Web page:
Researchers say a type of brain cell able to renew itself is regulated by circadian rhythms, giving more insight into how the body's internal clock may promote healing after traumatic brain injuries. Photo by Mitrey/Pixabay
Sept. 19 (UPI) -- An injured brain's ability to heal may hinge on the time of day, a new study suggests.
That's according to research findings that appeared Monday in the journal eNeuro. The study found that a type of brain cell able to renew itself is regulated by circadian rhythms, giving more insight into how the body's internal clock may promote healing after traumatic brain injuries.
The researchers from Children's National Hospital in Washington, D.C., said they anticipate the findings will promote further scientific exploration of new ways to treat traumatic brain injuries.
Such injuries affect 2.8 million Americans annually, including 630,000 children, but are still managed only with supportive care and rehabilitation because no targeted drug treatment options are available.
The findings also underscore the importance of addressing circadian disturbances to help injured brains heal, the investigators said.
Many of the body's cells follow a 24-hour rhythm driven by their genes known as the circadian clock, and the research team found that a relatively newly discovered type of brain cell -- known as NG2-glia, or oligodendrocyte precursor cell -- also follows a circadian rhythm, a news release said.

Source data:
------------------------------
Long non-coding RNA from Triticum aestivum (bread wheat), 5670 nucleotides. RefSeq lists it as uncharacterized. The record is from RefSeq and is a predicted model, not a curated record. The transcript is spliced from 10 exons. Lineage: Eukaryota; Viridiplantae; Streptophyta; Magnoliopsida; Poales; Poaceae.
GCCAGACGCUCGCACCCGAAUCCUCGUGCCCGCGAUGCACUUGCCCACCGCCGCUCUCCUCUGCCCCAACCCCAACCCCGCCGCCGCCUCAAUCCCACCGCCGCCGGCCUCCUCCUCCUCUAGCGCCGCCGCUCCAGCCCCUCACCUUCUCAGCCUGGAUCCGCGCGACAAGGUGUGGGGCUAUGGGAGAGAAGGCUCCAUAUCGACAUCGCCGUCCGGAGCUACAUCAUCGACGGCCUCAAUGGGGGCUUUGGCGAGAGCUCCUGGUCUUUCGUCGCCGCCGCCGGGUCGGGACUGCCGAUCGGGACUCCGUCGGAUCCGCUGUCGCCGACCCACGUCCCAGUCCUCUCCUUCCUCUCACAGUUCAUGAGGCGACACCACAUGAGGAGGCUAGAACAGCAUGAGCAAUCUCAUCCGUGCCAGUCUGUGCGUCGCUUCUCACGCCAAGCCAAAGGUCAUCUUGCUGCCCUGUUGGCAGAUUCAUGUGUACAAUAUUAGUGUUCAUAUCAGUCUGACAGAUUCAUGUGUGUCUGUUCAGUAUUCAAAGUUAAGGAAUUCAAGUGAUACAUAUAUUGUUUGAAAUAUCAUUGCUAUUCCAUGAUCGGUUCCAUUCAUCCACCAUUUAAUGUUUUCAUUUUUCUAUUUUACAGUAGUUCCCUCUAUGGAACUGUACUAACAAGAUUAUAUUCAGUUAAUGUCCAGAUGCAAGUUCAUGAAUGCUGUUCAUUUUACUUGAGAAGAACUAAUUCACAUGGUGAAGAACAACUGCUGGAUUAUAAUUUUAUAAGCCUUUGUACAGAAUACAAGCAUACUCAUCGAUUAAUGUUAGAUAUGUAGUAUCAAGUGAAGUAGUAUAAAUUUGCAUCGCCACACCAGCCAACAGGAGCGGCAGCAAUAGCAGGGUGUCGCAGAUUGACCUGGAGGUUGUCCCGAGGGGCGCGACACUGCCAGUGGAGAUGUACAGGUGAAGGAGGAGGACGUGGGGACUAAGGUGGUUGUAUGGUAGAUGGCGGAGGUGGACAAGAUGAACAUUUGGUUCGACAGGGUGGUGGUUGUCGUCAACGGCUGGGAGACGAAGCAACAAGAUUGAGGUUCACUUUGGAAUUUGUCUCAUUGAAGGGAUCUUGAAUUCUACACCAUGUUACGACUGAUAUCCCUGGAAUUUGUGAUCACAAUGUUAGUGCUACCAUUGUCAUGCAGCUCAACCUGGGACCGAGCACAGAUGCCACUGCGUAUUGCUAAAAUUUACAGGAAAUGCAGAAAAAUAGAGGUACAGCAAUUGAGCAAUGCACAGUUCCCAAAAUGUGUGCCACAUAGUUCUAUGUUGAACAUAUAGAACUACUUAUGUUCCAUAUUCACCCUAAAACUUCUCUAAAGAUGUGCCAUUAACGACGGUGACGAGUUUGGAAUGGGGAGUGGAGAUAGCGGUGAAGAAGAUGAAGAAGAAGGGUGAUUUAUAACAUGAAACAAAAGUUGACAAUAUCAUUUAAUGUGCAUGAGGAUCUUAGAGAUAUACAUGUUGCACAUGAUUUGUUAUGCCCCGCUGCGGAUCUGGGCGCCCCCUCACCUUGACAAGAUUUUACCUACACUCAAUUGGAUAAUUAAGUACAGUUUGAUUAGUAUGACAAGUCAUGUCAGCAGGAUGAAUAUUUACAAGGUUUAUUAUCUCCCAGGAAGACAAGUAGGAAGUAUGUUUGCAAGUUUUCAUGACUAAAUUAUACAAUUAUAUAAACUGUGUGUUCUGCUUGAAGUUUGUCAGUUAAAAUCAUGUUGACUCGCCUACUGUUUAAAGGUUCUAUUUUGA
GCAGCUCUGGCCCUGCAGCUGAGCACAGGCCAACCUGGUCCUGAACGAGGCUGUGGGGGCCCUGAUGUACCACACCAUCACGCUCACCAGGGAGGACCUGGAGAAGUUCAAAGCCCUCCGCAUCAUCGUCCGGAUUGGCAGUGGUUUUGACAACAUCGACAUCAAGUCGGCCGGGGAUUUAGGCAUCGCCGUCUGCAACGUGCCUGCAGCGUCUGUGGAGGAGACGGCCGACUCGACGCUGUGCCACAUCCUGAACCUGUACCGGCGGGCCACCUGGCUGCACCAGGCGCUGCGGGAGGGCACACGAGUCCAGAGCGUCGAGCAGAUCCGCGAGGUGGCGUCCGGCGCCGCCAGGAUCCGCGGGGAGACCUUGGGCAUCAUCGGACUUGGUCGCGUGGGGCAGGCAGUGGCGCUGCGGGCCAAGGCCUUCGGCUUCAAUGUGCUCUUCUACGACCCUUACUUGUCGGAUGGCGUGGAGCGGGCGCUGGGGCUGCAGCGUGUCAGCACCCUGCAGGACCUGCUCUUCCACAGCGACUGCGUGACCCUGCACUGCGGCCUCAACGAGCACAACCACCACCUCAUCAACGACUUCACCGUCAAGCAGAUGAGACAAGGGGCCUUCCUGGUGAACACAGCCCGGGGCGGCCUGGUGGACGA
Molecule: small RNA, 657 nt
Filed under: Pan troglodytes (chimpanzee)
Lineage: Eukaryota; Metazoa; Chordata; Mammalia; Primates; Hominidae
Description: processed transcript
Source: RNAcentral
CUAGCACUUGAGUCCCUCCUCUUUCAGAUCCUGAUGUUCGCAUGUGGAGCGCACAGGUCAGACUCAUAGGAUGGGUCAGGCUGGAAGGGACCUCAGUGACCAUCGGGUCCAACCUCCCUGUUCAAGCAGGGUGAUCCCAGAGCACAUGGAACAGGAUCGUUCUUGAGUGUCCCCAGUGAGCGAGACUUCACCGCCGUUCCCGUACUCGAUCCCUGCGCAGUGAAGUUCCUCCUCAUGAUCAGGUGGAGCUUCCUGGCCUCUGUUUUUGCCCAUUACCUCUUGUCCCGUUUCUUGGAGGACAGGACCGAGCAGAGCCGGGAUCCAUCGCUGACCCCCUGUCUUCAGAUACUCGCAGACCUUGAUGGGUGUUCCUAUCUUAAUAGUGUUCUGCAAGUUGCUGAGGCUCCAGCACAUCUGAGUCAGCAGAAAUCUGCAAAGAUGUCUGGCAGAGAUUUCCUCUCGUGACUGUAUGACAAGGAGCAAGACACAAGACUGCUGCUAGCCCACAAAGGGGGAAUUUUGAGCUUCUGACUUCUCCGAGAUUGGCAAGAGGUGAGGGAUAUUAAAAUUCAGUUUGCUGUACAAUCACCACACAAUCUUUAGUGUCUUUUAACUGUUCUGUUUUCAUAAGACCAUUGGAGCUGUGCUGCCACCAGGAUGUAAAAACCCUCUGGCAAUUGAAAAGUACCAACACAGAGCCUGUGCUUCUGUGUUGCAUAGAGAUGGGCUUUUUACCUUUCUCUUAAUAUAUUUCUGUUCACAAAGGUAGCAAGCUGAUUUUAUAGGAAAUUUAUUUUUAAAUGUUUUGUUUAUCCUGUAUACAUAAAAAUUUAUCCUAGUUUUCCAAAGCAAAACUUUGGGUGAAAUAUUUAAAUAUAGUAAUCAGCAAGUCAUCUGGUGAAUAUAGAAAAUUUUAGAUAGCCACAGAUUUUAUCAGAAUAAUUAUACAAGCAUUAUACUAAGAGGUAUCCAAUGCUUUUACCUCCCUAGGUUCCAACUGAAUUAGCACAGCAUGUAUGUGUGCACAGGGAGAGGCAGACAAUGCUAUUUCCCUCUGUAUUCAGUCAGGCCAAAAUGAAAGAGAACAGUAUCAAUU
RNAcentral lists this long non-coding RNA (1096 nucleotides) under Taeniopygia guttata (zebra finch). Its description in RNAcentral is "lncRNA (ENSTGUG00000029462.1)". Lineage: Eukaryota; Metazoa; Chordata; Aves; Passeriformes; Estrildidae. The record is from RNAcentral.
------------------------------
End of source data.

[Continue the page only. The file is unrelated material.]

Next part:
This cell type is one of the few that continually self-renews throughout adulthood and notably generates in the first week after brain injuries, the scientists said.
"We have found evidence for the role of this well-known molecular pathway -- the molecular circadian clock -- in regulating the ability for these NG2-glia to proliferate, both at rest and after injury," Dr. Terry Dean, the study's lead author and a critical care specialist at Children's National, said in the release.
Dean, an attending physician in the Division of Critical Care Medicine at Children's National Hospital, described the study as "a starting point" to investigate the mechanisms that may unlock the regeneration of NG2-glia cells: the most common type of brain cell known to proliferate and self-renew in adult brains.
"It is essential for researchers to know that cell renewal is coordinated with the time of day," Vittorio Gallo, interim chief academic officer and interim director of the Children's National Research Institute, said in the release.
"With this knowledge, we can dig deeper into the body's genetic healing process to understand how cells regulate and regenerate themselves."
The investigators underscored how widespread traumatic brain injury is. It affects roughly 69 million people worldwide each year, resulting in conditions that range from mild concussions to severe injuries that may cause death or lifelong disability.
In the United States alone, brain injury is the leading cause of death in people under age 45, and survivors may be left with persistent physical, cognitive and psychological disabilities, the researchers said.